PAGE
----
SEASONAL VARIATION OF INVERTEBRATE ABUNDANCE AND DIET COMPOSITION OF ARCTIC CHARR IN AN ICELANDIC SPRING SYSTEM
The seasonal dynamics of invertebrate abundance and diet composition of fish as top predators were studied in the thermally stable environment of freshwater springs. We conducted a mark-recapture study on small benthic Arctic charr (Salvelinus alpinus) in the spring sources of a stream in South-Iceland, and sampled their stomach contents repeatedly over the course of a year. In addition, benthic invertebrate samples were taken at each sampling occasion to estimate the invertebrate availability in the habitat. Among a total of 635 processed fish, 55 were recaptured, some of them several times. Recaptured fish were usually re-captured at the same locations of the sampling area, which suggests site fidelity of fish in this system. Seasonal variation in invertebrate availability was reflected in the composition of prey items in the Arctic charr stomachs. While Chironomidae larvae were the most common prey items all year round, Plecoptera nymphs were most abundant in May, and Ostracoda and groundwater Amphipoda were more common during the wintermonths. The results indicate a clear seasonal shift in the diet of Arctic charr in the spring system, and lay the ground for future studies on spring food webs.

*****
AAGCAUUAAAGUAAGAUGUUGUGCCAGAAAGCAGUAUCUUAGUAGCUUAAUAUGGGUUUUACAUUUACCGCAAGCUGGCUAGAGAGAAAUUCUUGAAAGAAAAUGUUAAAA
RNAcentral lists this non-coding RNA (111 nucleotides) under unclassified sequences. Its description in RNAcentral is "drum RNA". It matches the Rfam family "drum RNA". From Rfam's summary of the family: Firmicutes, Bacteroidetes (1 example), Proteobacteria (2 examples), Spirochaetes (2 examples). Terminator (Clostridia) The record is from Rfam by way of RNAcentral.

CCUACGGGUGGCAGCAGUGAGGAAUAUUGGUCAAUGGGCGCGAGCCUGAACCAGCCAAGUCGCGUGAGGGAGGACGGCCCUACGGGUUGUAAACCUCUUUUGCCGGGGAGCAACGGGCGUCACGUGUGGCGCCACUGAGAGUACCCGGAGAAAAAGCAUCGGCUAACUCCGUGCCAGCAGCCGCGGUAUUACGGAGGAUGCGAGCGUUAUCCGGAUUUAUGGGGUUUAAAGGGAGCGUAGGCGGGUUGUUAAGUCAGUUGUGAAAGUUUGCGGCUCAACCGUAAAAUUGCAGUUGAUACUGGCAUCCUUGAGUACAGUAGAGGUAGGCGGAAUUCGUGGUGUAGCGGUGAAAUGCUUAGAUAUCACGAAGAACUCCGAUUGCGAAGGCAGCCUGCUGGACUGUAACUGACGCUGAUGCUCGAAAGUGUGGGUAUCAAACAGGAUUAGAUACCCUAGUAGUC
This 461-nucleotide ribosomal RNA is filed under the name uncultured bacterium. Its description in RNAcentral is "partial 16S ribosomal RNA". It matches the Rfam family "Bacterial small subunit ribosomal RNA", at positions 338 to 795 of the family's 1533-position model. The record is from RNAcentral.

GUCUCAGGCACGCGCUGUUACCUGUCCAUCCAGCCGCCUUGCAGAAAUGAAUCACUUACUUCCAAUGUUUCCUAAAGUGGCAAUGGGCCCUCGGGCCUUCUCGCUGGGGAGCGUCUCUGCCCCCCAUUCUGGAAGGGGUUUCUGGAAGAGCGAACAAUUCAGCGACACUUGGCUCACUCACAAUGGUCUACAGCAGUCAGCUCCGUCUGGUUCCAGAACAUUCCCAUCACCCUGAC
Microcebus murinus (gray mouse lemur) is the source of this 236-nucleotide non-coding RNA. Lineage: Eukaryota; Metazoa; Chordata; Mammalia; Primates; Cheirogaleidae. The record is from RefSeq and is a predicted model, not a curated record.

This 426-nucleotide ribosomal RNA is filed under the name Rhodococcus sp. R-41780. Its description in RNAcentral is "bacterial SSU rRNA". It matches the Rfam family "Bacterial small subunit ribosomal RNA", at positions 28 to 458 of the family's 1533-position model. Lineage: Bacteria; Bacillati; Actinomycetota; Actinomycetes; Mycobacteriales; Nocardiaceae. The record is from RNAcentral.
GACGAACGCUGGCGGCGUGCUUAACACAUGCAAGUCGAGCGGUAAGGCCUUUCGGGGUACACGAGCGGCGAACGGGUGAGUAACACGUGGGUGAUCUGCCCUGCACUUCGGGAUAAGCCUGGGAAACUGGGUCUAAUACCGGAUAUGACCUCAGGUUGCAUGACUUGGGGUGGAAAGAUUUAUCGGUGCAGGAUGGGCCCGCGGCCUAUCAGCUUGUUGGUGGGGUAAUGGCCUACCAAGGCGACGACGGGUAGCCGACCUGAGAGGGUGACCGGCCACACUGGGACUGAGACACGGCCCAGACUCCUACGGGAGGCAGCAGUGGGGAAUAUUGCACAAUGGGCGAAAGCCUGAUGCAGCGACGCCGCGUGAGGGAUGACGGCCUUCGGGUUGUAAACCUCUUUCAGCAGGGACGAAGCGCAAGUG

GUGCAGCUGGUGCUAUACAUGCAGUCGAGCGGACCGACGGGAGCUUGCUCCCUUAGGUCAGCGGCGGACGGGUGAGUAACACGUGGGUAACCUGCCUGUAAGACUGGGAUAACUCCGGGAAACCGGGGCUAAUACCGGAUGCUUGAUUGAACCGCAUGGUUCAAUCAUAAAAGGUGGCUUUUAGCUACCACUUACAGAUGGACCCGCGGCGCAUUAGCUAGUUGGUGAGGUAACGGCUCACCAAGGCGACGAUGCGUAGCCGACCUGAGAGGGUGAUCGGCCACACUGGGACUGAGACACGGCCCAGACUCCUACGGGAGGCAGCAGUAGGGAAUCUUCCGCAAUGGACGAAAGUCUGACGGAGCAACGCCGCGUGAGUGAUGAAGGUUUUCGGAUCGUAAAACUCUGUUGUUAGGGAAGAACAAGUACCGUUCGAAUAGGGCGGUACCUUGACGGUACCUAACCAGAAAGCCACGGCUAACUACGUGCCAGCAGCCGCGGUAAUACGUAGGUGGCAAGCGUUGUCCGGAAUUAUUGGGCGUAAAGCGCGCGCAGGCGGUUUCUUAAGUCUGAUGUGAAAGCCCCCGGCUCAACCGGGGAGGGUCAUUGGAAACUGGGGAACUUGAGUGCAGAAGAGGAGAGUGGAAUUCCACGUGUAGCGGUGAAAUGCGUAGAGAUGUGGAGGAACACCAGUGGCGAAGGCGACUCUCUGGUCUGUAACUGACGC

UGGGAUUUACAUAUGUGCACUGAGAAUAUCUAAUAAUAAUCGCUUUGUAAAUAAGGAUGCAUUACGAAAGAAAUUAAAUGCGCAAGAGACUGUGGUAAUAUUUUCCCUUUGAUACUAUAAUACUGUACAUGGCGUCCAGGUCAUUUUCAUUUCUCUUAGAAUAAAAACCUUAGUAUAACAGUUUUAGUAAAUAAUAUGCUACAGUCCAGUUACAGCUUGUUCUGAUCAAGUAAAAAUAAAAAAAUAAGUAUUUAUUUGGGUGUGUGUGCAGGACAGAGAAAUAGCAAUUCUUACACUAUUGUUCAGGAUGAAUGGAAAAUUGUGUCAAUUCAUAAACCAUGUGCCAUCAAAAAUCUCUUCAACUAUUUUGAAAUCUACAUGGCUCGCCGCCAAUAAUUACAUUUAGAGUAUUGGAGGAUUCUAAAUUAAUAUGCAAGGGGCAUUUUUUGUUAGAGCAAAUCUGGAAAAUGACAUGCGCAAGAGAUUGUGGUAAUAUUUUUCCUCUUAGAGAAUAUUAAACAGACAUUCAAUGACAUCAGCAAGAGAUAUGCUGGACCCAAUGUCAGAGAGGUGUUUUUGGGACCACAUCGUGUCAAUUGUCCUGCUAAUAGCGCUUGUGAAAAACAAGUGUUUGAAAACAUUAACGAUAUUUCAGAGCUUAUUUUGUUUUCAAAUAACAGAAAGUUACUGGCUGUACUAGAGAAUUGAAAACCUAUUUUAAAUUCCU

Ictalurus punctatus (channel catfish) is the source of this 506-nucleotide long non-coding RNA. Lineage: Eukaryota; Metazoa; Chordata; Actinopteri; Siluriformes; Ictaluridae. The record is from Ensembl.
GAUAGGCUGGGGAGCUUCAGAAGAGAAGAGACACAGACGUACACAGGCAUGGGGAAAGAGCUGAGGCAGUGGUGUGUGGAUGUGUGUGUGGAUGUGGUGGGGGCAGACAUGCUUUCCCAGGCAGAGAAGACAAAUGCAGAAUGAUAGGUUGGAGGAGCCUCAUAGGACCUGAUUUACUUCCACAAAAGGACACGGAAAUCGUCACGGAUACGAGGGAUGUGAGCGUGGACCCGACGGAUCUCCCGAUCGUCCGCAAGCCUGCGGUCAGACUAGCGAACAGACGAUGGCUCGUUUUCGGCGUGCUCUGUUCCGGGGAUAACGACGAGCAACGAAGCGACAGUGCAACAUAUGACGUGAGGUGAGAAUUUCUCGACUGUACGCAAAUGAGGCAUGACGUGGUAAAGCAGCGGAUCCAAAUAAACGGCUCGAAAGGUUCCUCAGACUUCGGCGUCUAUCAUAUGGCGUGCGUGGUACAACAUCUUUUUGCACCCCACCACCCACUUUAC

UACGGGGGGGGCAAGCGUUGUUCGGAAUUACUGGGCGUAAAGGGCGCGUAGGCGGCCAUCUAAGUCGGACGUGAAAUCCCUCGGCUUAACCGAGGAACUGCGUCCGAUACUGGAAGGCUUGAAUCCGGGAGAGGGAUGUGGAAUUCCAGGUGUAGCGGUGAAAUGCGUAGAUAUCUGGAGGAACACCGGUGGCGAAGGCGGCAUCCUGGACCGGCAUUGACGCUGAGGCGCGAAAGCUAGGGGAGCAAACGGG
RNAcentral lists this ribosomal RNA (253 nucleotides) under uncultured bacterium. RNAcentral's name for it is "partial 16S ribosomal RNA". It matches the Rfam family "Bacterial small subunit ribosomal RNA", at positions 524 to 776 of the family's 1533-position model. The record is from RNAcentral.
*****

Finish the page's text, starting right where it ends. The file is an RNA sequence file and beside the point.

Agnes-Katharina Kreiling (Primary Presenter/Author), University of Iceland, email@example.com;
Eoin O'Gorman (Co-Presenter/Co-Author), University of Essex, firstname.lastname@example.org;
Jón S. Ólafsson (Co-Presenter/Co-Author), Marine and Freshwater Research Institute, Iceland, email@example.com;
Bjarni K. Kristjánsson (Co-Presenter/Co-Author), Hólar University College, Iceland, firstname.lastname@example.org;
Snæbjörn Pálsson (Co-Presenter/Co-Author), University of Iceland, email@example.com;